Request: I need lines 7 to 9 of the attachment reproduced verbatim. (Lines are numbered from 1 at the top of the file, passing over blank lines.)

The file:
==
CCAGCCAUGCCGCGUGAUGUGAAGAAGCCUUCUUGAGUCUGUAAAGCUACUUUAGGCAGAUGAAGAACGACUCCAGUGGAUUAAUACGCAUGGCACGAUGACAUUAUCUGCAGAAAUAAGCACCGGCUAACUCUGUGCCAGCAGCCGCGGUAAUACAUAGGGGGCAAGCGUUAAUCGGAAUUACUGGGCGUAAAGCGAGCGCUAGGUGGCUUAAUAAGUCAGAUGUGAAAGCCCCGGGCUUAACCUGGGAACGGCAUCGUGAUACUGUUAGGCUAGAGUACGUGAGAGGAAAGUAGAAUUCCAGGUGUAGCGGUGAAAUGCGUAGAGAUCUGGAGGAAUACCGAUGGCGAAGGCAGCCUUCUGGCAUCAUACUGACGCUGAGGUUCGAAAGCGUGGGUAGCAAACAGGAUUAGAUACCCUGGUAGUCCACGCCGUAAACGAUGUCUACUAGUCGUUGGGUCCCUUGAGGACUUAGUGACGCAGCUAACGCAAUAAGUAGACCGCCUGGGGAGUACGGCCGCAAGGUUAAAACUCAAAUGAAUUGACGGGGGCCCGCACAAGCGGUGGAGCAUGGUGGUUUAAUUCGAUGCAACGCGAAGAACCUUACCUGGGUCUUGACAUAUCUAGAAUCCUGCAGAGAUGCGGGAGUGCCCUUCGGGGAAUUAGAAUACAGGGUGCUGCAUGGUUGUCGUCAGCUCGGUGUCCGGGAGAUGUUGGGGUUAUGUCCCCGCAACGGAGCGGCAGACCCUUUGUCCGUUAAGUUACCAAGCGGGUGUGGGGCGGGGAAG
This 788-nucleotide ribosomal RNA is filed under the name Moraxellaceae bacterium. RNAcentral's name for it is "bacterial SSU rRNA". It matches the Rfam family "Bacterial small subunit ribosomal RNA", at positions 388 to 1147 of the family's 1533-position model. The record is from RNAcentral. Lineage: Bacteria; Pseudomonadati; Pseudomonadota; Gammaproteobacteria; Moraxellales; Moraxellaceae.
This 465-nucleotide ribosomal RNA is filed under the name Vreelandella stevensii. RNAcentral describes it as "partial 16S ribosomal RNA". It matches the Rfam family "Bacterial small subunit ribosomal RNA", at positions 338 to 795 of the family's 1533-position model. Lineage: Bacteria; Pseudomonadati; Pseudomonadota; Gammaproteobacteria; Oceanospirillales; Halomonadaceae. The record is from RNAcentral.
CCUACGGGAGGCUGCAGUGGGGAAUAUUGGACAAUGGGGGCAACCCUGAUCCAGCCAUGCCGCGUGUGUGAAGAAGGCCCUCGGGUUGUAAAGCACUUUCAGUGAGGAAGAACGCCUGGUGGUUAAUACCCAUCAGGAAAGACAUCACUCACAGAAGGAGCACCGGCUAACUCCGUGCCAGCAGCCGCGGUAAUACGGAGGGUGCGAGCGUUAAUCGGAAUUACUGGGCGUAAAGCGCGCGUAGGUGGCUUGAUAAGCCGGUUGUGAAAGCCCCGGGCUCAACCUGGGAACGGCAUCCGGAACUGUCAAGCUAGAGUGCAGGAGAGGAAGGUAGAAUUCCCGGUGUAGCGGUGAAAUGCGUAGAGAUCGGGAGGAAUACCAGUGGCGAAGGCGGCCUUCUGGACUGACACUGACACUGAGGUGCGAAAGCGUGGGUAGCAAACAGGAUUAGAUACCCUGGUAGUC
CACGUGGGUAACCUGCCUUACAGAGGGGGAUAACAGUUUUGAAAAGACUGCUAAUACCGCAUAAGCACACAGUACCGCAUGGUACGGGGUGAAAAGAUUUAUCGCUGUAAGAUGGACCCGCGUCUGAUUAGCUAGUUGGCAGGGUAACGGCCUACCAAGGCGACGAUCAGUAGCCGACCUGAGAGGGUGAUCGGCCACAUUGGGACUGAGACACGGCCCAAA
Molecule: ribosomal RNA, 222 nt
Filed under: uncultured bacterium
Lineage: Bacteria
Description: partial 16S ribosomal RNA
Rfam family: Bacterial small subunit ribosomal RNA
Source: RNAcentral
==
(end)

Filed under: uncultured bacterium
Lineage: Bacteria
Description: partial 16S ribosomal RNA